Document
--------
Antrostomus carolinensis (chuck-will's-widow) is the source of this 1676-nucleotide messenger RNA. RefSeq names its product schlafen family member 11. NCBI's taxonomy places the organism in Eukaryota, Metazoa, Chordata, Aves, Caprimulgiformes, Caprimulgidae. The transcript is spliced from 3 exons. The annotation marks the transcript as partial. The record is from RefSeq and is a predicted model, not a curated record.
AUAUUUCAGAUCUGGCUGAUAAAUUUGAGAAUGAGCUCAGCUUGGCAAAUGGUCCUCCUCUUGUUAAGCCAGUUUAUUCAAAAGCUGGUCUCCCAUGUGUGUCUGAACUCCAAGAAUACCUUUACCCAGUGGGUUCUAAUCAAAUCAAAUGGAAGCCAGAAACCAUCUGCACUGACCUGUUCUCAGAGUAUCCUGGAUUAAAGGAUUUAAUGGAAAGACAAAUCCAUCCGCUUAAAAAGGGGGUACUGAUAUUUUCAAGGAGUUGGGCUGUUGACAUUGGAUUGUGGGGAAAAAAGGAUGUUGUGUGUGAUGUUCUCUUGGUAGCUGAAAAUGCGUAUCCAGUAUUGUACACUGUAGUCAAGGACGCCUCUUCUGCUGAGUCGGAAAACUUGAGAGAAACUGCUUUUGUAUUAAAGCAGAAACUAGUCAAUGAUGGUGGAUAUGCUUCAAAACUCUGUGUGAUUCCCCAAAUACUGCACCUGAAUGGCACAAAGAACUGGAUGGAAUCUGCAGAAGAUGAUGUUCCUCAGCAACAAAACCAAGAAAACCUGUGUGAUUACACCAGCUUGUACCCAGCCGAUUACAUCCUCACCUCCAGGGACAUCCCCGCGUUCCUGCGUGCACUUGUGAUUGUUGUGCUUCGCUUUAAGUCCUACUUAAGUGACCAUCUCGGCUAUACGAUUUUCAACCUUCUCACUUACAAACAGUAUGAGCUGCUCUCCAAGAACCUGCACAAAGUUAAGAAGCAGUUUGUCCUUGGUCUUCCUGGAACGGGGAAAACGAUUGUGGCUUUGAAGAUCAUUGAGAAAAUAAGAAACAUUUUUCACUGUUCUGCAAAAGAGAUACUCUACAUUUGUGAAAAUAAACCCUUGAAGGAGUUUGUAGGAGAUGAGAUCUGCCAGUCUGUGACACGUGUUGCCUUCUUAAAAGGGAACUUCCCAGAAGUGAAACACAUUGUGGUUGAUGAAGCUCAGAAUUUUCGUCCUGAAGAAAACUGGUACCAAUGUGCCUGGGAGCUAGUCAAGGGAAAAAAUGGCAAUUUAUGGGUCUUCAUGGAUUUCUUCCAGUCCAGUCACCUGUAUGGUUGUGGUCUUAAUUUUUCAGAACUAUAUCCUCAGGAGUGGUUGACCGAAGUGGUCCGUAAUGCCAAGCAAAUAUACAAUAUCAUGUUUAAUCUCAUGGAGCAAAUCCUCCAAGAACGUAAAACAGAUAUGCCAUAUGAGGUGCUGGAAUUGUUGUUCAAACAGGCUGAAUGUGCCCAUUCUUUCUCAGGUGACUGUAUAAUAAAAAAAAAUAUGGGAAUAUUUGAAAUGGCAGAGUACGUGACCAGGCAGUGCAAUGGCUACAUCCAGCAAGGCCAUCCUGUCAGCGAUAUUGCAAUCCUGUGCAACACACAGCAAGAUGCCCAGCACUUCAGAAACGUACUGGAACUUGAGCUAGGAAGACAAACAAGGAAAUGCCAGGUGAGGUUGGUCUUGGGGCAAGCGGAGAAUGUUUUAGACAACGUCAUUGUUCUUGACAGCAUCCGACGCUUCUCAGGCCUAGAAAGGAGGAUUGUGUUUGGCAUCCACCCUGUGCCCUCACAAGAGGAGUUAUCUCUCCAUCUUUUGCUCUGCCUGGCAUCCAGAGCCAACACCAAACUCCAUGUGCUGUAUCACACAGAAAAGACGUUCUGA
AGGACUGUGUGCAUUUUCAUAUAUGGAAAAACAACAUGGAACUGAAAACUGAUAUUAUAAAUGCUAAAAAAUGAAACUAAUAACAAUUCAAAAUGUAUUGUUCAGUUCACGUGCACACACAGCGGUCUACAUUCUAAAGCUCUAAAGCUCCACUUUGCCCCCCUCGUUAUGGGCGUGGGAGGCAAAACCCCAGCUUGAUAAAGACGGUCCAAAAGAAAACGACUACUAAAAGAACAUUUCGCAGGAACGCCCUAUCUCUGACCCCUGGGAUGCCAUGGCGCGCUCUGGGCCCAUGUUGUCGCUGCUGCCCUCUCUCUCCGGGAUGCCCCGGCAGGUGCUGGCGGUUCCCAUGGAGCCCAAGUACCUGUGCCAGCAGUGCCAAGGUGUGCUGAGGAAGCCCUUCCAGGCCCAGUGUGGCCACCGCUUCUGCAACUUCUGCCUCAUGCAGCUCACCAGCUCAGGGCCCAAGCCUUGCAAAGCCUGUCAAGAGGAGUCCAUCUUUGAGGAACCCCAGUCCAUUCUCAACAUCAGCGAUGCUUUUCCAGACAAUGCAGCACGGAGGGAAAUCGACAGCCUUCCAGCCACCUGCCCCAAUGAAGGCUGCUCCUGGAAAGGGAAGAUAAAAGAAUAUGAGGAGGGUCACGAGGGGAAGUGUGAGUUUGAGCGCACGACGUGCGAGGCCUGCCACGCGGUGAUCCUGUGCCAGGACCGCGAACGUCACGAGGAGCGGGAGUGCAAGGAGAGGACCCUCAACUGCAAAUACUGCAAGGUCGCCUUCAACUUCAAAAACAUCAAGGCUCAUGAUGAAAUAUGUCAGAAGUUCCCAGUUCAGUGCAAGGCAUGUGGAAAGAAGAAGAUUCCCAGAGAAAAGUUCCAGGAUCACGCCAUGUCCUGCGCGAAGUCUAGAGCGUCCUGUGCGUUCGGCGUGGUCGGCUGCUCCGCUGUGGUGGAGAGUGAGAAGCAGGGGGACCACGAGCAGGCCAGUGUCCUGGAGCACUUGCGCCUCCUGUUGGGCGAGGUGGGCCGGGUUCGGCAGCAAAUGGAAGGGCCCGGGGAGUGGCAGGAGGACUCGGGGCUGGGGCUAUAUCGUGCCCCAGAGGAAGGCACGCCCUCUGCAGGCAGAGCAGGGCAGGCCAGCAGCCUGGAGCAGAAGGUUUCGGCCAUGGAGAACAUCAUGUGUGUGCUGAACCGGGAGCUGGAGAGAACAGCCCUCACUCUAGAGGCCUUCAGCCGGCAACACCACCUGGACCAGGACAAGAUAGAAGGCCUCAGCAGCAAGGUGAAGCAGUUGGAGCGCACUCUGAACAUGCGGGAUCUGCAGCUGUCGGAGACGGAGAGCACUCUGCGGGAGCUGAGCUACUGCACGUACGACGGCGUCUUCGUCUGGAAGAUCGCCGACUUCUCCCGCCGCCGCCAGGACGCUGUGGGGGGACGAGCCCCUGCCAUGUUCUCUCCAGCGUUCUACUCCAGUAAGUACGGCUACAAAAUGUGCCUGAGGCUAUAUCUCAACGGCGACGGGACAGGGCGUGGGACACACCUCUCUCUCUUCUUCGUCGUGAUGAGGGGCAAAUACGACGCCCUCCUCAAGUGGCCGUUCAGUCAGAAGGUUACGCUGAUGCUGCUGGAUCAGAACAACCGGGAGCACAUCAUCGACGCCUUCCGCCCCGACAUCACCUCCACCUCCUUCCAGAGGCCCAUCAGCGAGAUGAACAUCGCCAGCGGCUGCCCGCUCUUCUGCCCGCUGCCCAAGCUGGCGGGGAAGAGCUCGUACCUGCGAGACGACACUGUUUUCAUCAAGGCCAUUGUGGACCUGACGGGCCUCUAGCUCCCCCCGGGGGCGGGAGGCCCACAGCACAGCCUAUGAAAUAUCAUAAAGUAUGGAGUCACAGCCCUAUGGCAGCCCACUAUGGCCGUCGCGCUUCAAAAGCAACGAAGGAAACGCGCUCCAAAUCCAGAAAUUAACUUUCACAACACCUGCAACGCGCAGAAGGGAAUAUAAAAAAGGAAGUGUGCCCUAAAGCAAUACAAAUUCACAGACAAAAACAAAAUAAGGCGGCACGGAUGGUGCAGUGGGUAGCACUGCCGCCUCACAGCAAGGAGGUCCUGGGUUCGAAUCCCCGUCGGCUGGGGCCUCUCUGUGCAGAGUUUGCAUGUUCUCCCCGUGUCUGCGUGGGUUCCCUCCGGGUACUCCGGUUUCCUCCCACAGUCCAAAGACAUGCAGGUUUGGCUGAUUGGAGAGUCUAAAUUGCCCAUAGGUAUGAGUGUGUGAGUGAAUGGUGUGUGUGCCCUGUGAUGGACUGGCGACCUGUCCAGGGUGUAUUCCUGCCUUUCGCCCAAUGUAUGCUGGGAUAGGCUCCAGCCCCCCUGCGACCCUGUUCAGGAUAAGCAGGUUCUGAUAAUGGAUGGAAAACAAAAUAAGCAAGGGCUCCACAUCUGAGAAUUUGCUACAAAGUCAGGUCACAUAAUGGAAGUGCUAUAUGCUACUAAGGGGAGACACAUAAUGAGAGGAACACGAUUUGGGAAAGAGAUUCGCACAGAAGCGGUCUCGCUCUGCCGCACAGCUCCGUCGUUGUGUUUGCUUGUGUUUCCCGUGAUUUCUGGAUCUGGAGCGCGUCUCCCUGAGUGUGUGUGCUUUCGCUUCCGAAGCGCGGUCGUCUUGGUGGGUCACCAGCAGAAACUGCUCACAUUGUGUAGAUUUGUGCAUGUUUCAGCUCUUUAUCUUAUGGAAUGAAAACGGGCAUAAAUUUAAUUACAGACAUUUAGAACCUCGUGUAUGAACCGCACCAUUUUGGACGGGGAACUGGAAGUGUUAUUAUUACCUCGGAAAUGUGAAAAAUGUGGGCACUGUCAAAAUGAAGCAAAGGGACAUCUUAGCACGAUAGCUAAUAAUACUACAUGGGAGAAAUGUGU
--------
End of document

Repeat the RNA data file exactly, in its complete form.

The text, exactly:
Antrostomus carolinensis (chuck-will's-widow) is the source of this 1676-nucleotide messenger RNA. RefSeq names its product schlafen family member 11. NCBI's taxonomy places the organism in Eukaryota, Metazoa, Chordata, Aves, Caprimulgiformes, Caprimulgidae. The transcript is spliced from 3 exons. The annotation marks the transcript as partial. The record is from RefSeq and is a predicted model, not a curated record.
AUAUUUCAGAUCUGGCUGAUAAAUUUGAGAAUGAGCUCAGCUUGGCAAAUGGUCCUCCUCUUGUUAAGCCAGUUUAUUCAAAAGCUGGUCUCCCAUGUGUGUCUGAACUCCAAGAAUACCUUUACCCAGUGGGUUCUAAUCAAAUCAAAUGGAAGCCAGAAACCAUCUGCACUGACCUGUUCUCAGAGUAUCCUGGAUUAAAGGAUUUAAUGGAAAGACAAAUCCAUCCGCUUAAAAAGGGGGUACUGAUAUUUUCAAGGAGUUGGGCUGUUGACAUUGGAUUGUGGGGAAAAAAGGAUGUUGUGUGUGAUGUUCUCUUGGUAGCUGAAAAUGCGUAUCCAGUAUUGUACACUGUAGUCAAGGACGCCUCUUCUGCUGAGUCGGAAAACUUGAGAGAAACUGCUUUUGUAUUAAAGCAGAAACUAGUCAAUGAUGGUGGAUAUGCUUCAAAACUCUGUGUGAUUCCCCAAAUACUGCACCUGAAUGGCACAAAGAACUGGAUGGAAUCUGCAGAAGAUGAUGUUCCUCAGCAACAAAACCAAGAAAACCUGUGUGAUUACACCAGCUUGUACCCAGCCGAUUACAUCCUCACCUCCAGGGACAUCCCCGCGUUCCUGCGUGCACUUGUGAUUGUUGUGCUUCGCUUUAAGUCCUACUUAAGUGACCAUCUCGGCUAUACGAUUUUCAACCUUCUCACUUACAAACAGUAUGAGCUGCUCUCCAAGAACCUGCACAAAGUUAAGAAGCAGUUUGUCCUUGGUCUUCCUGGAACGGGGAAAACGAUUGUGGCUUUGAAGAUCAUUGAGAAAAUAAGAAACAUUUUUCACUGUUCUGCAAAAGAGAUACUCUACAUUUGUGAAAAUAAACCCUUGAAGGAGUUUGUAGGAGAUGAGAUCUGCCAGUCUGUGACACGUGUUGCCUUCUUAAAAGGGAACUUCCCAGAAGUGAAACACAUUGUGGUUGAUGAAGCUCAGAAUUUUCGUCCUGAAGAAAACUGGUACCAAUGUGCCUGGGAGCUAGUCAAGGGAAAAAAUGGCAAUUUAUGGGUCUUCAUGGAUUUCUUCCAGUCCAGUCACCUGUAUGGUUGUGGUCUUAAUUUUUCAGAACUAUAUCCUCAGGAGUGGUUGACCGAAGUGGUCCGUAAUGCCAAGCAAAUAUACAAUAUCAUGUUUAAUCUCAUGGAGCAAAUCCUCCAAGAACGUAAAACAGAUAUGCCAUAUGAGGUGCUGGAAUUGUUGUUCAAACAGGCUGAAUGUGCCCAUUCUUUCUCAGGUGACUGUAUAAUAAAAAAAAAUAUGGGAAUAUUUGAAAUGGCAGAGUACGUGACCAGGCAGUGCAAUGGCUACAUCCAGCAAGGCCAUCCUGUCAGCGAUAUUGCAAUCCUGUGCAACACACAGCAAGAUGCCCAGCACUUCAGAAACGUACUGGAACUUGAGCUAGGAAGACAAACAAGGAAAUGCCAGGUGAGGUUGGUCUUGGGGCAAGCGGAGAAUGUUUUAGACAACGUCAUUGUUCUUGACAGCAUCCGACGCUUCUCAGGCCUAGAAAGGAGGAUUGUGUUUGGCAUCCACCCUGUGCCCUCACAAGAGGAGUUAUCUCUCCAUCUUUUGCUCUGCCUGGCAUCCAGAGCCAACACCAAACUCCAUGUGCUGUAUCACACAGAAAAGACGUUCUGA
AGGACUGUGUGCAUUUUCAUAUAUGGAAAAACAACAUGGAACUGAAAACUGAUAUUAUAAAUGCUAAAAAAUGAAACUAAUAACAAUUCAAAAUGUAUUGUUCAGUUCACGUGCACACACAGCGGUCUACAUUCUAAAGCUCUAAAGCUCCACUUUGCCCCCCUCGUUAUGGGCGUGGGAGGCAAAACCCCAGCUUGAUAAAGACGGUCCAAAAGAAAACGACUACUAAAAGAACAUUUCGCAGGAACGCCCUAUCUCUGACCCCUGGGAUGCCAUGGCGCGCUCUGGGCCCAUGUUGUCGCUGCUGCCCUCUCUCUCCGGGAUGCCCCGGCAGGUGCUGGCGGUUCCCAUGGAGCCCAAGUACCUGUGCCAGCAGUGCCAAGGUGUGCUGAGGAAGCCCUUCCAGGCCCAGUGUGGCCACCGCUUCUGCAACUUCUGCCUCAUGCAGCUCACCAGCUCAGGGCCCAAGCCUUGCAAAGCCUGUCAAGAGGAGUCCAUCUUUGAGGAACCCCAGUCCAUUCUCAACAUCAGCGAUGCUUUUCCAGACAAUGCAGCACGGAGGGAAAUCGACAGCCUUCCAGCCACCUGCCCCAAUGAAGGCUGCUCCUGGAAAGGGAAGAUAAAAGAAUAUGAGGAGGGUCACGAGGGGAAGUGUGAGUUUGAGCGCACGACGUGCGAGGCCUGCCACGCGGUGAUCCUGUGCCAGGACCGCGAACGUCACGAGGAGCGGGAGUGCAAGGAGAGGACCCUCAACUGCAAAUACUGCAAGGUCGCCUUCAACUUCAAAAACAUCAAGGCUCAUGAUGAAAUAUGUCAGAAGUUCCCAGUUCAGUGCAAGGCAUGUGGAAAGAAGAAGAUUCCCAGAGAAAAGUUCCAGGAUCACGCCAUGUCCUGCGCGAAGUCUAGAGCGUCCUGUGCGUUCGGCGUGGUCGGCUGCUCCGCUGUGGUGGAGAGUGAGAAGCAGGGGGACCACGAGCAGGCCAGUGUCCUGGAGCACUUGCGCCUCCUGUUGGGCGAGGUGGGCCGGGUUCGGCAGCAAAUGGAAGGGCCCGGGGAGUGGCAGGAGGACUCGGGGCUGGGGCUAUAUCGUGCCCCAGAGGAAGGCACGCCCUCUGCAGGCAGAGCAGGGCAGGCCAGCAGCCUGGAGCAGAAGGUUUCGGCCAUGGAGAACAUCAUGUGUGUGCUGAACCGGGAGCUGGAGAGAACAGCCCUCACUCUAGAGGCCUUCAGCCGGCAACACCACCUGGACCAGGACAAGAUAGAAGGCCUCAGCAGCAAGGUGAAGCAGUUGGAGCGCACUCUGAACAUGCGGGAUCUGCAGCUGUCGGAGACGGAGAGCACUCUGCGGGAGCUGAGCUACUGCACGUACGACGGCGUCUUCGUCUGGAAGAUCGCCGACUUCUCCCGCCGCCGCCAGGACGCUGUGGGGGGACGAGCCCCUGCCAUGUUCUCUCCAGCGUUCUACUCCAGUAAGUACGGCUACAAAAUGUGCCUGAGGCUAUAUCUCAACGGCGACGGGACAGGGCGUGGGACACACCUCUCUCUCUUCUUCGUCGUGAUGAGGGGCAAAUACGACGCCCUCCUCAAGUGGCCGUUCAGUCAGAAGGUUACGCUGAUGCUGCUGGAUCAGAACAACCGGGAGCACAUCAUCGACGCCUUCCGCCCCGACAUCACCUCCACCUCCUUCCAGAGGCCCAUCAGCGAGAUGAACAUCGCCAGCGGCUGCCCGCUCUUCUGCCCGCUGCCCAAGCUGGCGGGGAAGAGCUCGUACCUGCGAGACGACACUGUUUUCAUCAAGGCCAUUGUGGACCUGACGGGCCUCUAGCUCCCCCCGGGGGCGGGAGGCCCACAGCACAGCCUAUGAAAUAUCAUAAAGUAUGGAGUCACAGCCCUAUGGCAGCCCACUAUGGCCGUCGCGCUUCAAAAGCAACGAAGGAAACGCGCUCCAAAUCCAGAAAUUAACUUUCACAACACCUGCAACGCGCAGAAGGGAAUAUAAAAAAGGAAGUGUGCCCUAAAGCAAUACAAAUUCACAGACAAAAACAAAAUAAGGCGGCACGGAUGGUGCAGUGGGUAGCACUGCCGCCUCACAGCAAGGAGGUCCUGGGUUCGAAUCCCCGUCGGCUGGGGCCUCUCUGUGCAGAGUUUGCAUGUUCUCCCCGUGUCUGCGUGGGUUCCCUCCGGGUACUCCGGUUUCCUCCCACAGUCCAAAGACAUGCAGGUUUGGCUGAUUGGAGAGUCUAAAUUGCCCAUAGGUAUGAGUGUGUGAGUGAAUGGUGUGUGUGCCCUGUGAUGGACUGGCGACCUGUCCAGGGUGUAUUCCUGCCUUUCGCCCAAUGUAUGCUGGGAUAGGCUCCAGCCCCCCUGCGACCCUGUUCAGGAUAAGCAGGUUCUGAUAAUGGAUGGAAAACAAAAUAAGCAAGGGCUCCACAUCUGAGAAUUUGCUACAAAGUCAGGUCACAUAAUGGAAGUGCUAUAUGCUACUAAGGGGAGACACAUAAUGAGAGGAACACGAUUUGGGAAAGAGAUUCGCACAGAAGCGGUCUCGCUCUGCCGCACAGCUCCGUCGUUGUGUUUGCUUGUGUUUCCCGUGAUUUCUGGAUCUGGAGCGCGUCUCCCUGAGUGUGUGUGCUUUCGCUUCCGAAGCGCGGUCGUCUUGGUGGGUCACCAGCAGAAACUGCUCACAUUGUGUAGAUUUGUGCAUGUUUCAGCUCUUUAUCUUAUGGAAUGAAAACGGGCAUAAAUUUAAUUACAGACAUUUAGAACCUCGUGUAUGAACCGCACCAUUUUGGACGGGGAACUGGAAGUGUUAUUAUUACCUCGGAAAUGUGAAAAAUGUGGGCACUGUCAAAAUGAAGCAAAGGGACAUCUUAGCACGAUAGCUAAUAAUACUACAUGGGAGAAAUGUGU